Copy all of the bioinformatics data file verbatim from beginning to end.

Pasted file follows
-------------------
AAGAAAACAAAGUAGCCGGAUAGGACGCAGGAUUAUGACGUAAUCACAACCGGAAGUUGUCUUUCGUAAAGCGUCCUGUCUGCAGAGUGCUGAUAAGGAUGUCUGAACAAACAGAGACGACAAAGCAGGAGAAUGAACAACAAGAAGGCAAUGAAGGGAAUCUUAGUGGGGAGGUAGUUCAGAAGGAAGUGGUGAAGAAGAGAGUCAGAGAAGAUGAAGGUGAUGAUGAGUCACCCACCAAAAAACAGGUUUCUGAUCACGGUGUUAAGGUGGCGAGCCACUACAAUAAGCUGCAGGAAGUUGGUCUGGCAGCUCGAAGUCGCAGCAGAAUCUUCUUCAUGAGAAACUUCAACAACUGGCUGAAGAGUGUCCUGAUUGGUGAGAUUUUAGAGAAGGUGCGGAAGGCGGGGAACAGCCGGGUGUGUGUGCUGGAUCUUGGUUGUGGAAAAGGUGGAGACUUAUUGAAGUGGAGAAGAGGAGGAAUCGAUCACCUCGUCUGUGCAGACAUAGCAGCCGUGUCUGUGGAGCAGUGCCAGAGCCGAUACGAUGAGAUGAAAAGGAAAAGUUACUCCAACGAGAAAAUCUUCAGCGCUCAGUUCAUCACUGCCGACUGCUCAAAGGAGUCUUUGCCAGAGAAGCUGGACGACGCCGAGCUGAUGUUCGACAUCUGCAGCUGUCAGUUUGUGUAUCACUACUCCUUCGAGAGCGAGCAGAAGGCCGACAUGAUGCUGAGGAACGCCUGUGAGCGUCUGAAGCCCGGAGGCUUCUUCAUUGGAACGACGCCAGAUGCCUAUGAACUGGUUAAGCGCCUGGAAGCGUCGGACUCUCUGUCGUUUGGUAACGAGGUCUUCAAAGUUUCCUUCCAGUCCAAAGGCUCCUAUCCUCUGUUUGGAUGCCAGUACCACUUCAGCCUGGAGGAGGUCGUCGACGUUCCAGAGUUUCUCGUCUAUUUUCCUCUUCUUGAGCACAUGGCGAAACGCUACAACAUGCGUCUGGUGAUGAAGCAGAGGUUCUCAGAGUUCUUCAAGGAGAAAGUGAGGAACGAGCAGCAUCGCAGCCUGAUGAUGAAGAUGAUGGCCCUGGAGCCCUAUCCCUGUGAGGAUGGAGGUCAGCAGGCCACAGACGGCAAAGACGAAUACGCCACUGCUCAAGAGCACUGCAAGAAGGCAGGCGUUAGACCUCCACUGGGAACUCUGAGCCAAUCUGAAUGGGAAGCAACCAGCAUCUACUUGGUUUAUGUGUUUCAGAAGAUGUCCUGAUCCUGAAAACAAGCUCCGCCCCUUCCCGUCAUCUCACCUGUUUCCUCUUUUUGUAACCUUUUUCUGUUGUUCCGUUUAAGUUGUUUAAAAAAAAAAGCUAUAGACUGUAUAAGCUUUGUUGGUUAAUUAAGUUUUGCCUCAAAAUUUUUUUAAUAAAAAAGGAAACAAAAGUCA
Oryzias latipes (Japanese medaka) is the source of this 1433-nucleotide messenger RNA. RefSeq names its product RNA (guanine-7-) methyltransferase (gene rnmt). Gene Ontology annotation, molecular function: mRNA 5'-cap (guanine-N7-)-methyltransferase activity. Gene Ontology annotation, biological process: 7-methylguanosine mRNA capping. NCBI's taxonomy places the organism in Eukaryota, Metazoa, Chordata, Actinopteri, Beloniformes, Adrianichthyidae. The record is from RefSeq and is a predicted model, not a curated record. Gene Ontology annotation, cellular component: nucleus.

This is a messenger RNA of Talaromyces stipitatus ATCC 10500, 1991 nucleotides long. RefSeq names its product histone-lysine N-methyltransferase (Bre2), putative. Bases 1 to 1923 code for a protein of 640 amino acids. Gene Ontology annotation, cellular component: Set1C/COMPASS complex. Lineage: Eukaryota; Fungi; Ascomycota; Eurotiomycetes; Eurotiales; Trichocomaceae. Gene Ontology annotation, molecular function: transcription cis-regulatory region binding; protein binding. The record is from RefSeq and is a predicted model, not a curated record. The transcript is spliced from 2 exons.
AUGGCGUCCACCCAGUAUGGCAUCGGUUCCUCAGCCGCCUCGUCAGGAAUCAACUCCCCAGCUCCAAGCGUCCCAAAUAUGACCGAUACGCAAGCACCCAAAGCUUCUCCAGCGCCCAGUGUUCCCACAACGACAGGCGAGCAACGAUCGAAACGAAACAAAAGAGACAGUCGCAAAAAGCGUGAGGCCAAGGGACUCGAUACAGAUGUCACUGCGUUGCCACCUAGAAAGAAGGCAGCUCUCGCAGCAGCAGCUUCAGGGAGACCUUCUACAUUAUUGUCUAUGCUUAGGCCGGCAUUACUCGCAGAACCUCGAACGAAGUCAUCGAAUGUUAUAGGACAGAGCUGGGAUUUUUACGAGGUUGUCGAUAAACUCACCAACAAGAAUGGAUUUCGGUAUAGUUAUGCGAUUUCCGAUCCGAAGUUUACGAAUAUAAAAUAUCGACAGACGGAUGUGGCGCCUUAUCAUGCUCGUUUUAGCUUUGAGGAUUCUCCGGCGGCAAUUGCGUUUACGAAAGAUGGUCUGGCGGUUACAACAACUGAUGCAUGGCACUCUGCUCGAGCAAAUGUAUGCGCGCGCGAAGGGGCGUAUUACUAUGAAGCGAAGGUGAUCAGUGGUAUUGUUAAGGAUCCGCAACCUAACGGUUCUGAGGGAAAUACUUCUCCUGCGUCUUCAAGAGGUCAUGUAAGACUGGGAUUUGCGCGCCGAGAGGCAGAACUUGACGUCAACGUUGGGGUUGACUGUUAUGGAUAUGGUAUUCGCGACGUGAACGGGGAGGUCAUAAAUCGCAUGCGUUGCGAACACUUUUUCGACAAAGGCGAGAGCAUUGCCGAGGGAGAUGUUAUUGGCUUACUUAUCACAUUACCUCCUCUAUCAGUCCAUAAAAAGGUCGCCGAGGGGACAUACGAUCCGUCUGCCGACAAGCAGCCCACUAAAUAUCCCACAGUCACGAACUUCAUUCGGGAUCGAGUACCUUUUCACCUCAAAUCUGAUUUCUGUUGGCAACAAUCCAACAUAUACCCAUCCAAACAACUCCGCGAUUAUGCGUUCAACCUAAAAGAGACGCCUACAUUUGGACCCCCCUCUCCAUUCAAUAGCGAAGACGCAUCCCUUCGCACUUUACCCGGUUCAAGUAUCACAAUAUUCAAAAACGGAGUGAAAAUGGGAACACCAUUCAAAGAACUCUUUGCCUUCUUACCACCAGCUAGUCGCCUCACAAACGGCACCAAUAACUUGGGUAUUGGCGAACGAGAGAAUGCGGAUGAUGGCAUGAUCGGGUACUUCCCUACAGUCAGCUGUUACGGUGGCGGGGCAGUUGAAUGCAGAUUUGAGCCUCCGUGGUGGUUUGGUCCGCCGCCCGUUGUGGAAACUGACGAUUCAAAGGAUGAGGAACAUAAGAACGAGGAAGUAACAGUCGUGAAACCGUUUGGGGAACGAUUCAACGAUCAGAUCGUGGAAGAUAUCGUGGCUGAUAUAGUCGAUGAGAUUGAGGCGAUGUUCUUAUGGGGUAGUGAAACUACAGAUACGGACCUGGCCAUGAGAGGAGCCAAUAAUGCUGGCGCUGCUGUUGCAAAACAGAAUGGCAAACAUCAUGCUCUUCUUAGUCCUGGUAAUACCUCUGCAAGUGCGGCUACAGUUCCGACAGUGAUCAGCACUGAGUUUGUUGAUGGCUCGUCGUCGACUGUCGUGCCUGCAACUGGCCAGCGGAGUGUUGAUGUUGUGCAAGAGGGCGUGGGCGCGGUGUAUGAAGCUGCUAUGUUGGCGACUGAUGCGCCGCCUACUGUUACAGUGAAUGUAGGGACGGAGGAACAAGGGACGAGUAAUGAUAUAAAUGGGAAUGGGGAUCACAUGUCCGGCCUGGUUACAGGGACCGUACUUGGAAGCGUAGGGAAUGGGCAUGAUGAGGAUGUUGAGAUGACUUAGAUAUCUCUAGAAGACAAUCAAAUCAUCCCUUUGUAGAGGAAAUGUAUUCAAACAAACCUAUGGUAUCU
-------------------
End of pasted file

AAGAAAACAAAGUAGCCGGAUAGGACGCAGGAUUAUGACGUAAUCACAACCGGAAGUUGUCUUUCGUAAAGCGUCCUGUCUGCAGAGUGCUGAUAAGGAUGUCUGAACAAACAGAGACGACAAAGCAGGAGAAUGAACAACAAGAAGGCAAUGAAGGGAAUCUUAGUGGGGAGGUAGUUCAGAAGGAAGUGGUGAAGAAGAGAGUCAGAGAAGAUGAAGGUGAUGAUGAGUCACCCACCAAAAAACAGGUUUCUGAUCACGGUGUUAAGGUGGCGAGCCACUACAAUAAGCUGCAGGAAGUUGGUCUGGCAGCUCGAAGUCGCAGCAGAAUCUUCUUCAUGAGAAACUUCAACAACUGGCUGAAGAGUGUCCUGAUUGGUGAGAUUUUAGAGAAGGUGCGGAAGGCGGGGAACAGCCGGGUGUGUGUGCUGGAUCUUGGUUGUGGAAAAGGUGGAGACUUAUUGAAGUGGAGAAGAGGAGGAAUCGAUCACCUCGUCUGUGCAGACAUAGCAGCCGUGUCUGUGGAGCAGUGCCAGAGCCGAUACGAUGAGAUGAAAAGGAAAAGUUACUCCAACGAGAAAAUCUUCAGCGCUCAGUUCAUCACUGCCGACUGCUCAAAGGAGUCUUUGCCAGAGAAGCUGGACGACGCCGAGCUGAUGUUCGACAUCUGCAGCUGUCAGUUUGUGUAUCACUACUCCUUCGAGAGCGAGCAGAAGGCCGACAUGAUGCUGAGGAACGCCUGUGAGCGUCUGAAGCCCGGAGGCUUCUUCAUUGGAACGACGCCAGAUGCCUAUGAACUGGUUAAGCGCCUGGAAGCGUCGGACUCUCUGUCGUUUGGUAACGAGGUCUUCAAAGUUUCCUUCCAGUCCAAAGGCUCCUAUCCUCUGUUUGGAUGCCAGUACCACUUCAGCCUGGAGGAGGUCGUCGACGUUCCAGAGUUUCUCGUCUAUUUUCCUCUUCUUGAGCACAUGGCGAAACGCUACAACAUGCGUCUGGUGAUGAAGCAGAGGUUCUCAGAGUUCUUCAAGGAGAAAGUGAGGAACGAGCAGCAUCGCAGCCUGAUGAUGAAGAUGAUGGCCCUGGAGCCCUAUCCCUGUGAGGAUGGAGGUCAGCAGGCCACAGACGGCAAAGACGAAUACGCCACUGCUCAAGAGCACUGCAAGAAGGCAGGCGUUAGACCUCCACUGGGAACUCUGAGCCAAUCUGAAUGGGAAGCAACCAGCAUCUACUUGGUUUAUGUGUUUCAGAAGAUGUCCUGAUCCUGAAAACAAGCUCCGCCCCUUCCCGUCAUCUCACCUGUUUCCUCUUUUUGUAACCUUUUUCUGUUGUUCCGUUUAAGUUGUUUAAAAAAAAAAGCUAUAGACUGUAUAAGCUUUGUUGGUUAAUUAAGUUUUGCCUCAAAAUUUUUUUAAUAAAAAAGGAAACAAAAGUCA
Oryzias latipes (Japanese medaka) is the source of this 1433-nucleotide messenger RNA. RefSeq names its product RNA (guanine-7-) methyltransferase (gene rnmt). Gene Ontology annotation, molecular function: mRNA 5'-cap (guanine-N7-)-methyltransferase activity. Gene Ontology annotation, biological process: 7-methylguanosine mRNA capping. NCBI's taxonomy places the organism in Eukaryota, Metazoa, Chordata, Actinopteri, Beloniformes, Adrianichthyidae. The record is from RefSeq and is a predicted model, not a curated record. Gene Ontology annotation, cellular component: nucleus.

This is a messenger RNA of Talaromyces stipitatus ATCC 10500, 1991 nucleotides long. RefSeq names its product histone-lysine N-methyltransferase (Bre2), putative. Bases 1 to 1923 code for a protein of 640 amino acids. Gene Ontology annotation, cellular component: Set1C/COMPASS complex. Lineage: Eukaryota; Fungi; Ascomycota; Eurotiomycetes; Eurotiales; Trichocomaceae. Gene Ontology annotation, molecular function: transcription cis-regulatory region binding; protein binding. The record is from RefSeq and is a predicted model, not a curated record. The transcript is spliced from 2 exons.
AUGGCGUCCACCCAGUAUGGCAUCGGUUCCUCAGCCGCCUCGUCAGGAAUCAACUCCCCAGCUCCAAGCGUCCCAAAUAUGACCGAUACGCAAGCACCCAAAGCUUCUCCAGCGCCCAGUGUUCCCACAACGACAGGCGAGCAACGAUCGAAACGAAACAAAAGAGACAGUCGCAAAAAGCGUGAGGCCAAGGGACUCGAUACAGAUGUCACUGCGUUGCCACCUAGAAAGAAGGCAGCUCUCGCAGCAGCAGCUUCAGGGAGACCUUCUACAUUAUUGUCUAUGCUUAGGCCGGCAUUACUCGCAGAACCUCGAACGAAGUCAUCGAAUGUUAUAGGACAGAGCUGGGAUUUUUACGAGGUUGUCGAUAAACUCACCAACAAGAAUGGAUUUCGGUAUAGUUAUGCGAUUUCCGAUCCGAAGUUUACGAAUAUAAAAUAUCGACAGACGGAUGUGGCGCCUUAUCAUGCUCGUUUUAGCUUUGAGGAUUCUCCGGCGGCAAUUGCGUUUACGAAAGAUGGUCUGGCGGUUACAACAACUGAUGCAUGGCACUCUGCUCGAGCAAAUGUAUGCGCGCGCGAAGGGGCGUAUUACUAUGAAGCGAAGGUGAUCAGUGGUAUUGUUAAGGAUCCGCAACCUAACGGUUCUGAGGGAAAUACUUCUCCUGCGUCUUCAAGAGGUCAUGUAAGACUGGGAUUUGCGCGCCGAGAGGCAGAACUUGACGUCAACGUUGGGGUUGACUGUUAUGGAUAUGGUAUUCGCGACGUGAACGGGGAGGUCAUAAAUCGCAUGCGUUGCGAACACUUUUUCGACAAAGGCGAGAGCAUUGCCGAGGGAGAUGUUAUUGGCUUACUUAUCACAUUACCUCCUCUAUCAGUCCAUAAAAAGGUCGCCGAGGGGACAUACGAUCCGUCUGCCGACAAGCAGCCCACUAAAUAUCCCACAGUCACGAACUUCAUUCGGGAUCGAGUACCUUUUCACCUCAAAUCUGAUUUCUGUUGGCAACAAUCCAACAUAUACCCAUCCAAACAACUCCGCGAUUAUGCGUUCAACCUAAAAGAGACGCCUACAUUUGGACCCCCCUCUCCAUUCAAUAGCGAAGACGCAUCCCUUCGCACUUUACCCGGUUCAAGUAUCACAAUAUUCAAAAACGGAGUGAAAAUGGGAACACCAUUCAAAGAACUCUUUGCCUUCUUACCACCAGCUAGUCGCCUCACAAACGGCACCAAUAACUUGGGUAUUGGCGAACGAGAGAAUGCGGAUGAUGGCAUGAUCGGGUACUUCCCUACAGUCAGCUGUUACGGUGGCGGGGCAGUUGAAUGCAGAUUUGAGCCUCCGUGGUGGUUUGGUCCGCCGCCCGUUGUGGAAACUGACGAUUCAAAGGAUGAGGAACAUAAGAACGAGGAAGUAACAGUCGUGAAACCGUUUGGGGAACGAUUCAACGAUCAGAUCGUGGAAGAUAUCGUGGCUGAUAUAGUCGAUGAGAUUGAGGCGAUGUUCUUAUGGGGUAGUGAAACUACAGAUACGGACCUGGCCAUGAGAGGAGCCAAUAAUGCUGGCGCUGCUGUUGCAAAACAGAAUGGCAAACAUCAUGCUCUUCUUAGUCCUGGUAAUACCUCUGCAAGUGCGGCUACAGUUCCGACAGUGAUCAGCACUGAGUUUGUUGAUGGCUCGUCGUCGACUGUCGUGCCUGCAACUGGCCAGCGGAGUGUUGAUGUUGUGCAAGAGGGCGUGGGCGCGGUGUAUGAAGCUGCUAUGUUGGCGACUGAUGCGCCGCCUACUGUUACAGUGAAUGUAGGGACGGAGGAACAAGGGACGAGUAAUGAUAUAAAUGGGAAUGGGGAUCACAUGUCCGGCCUGGUUACAGGGACCGUACUUGGAAGCGUAGGGAAUGGGCAUGAUGAGGAUGUUGAGAUGACUUAGAUAUCUCUAGAAGACAAUCAAAUCAUCCCUUUGUAGAGGAAAUGUAUUCAAACAAACCUAUGGUAUCU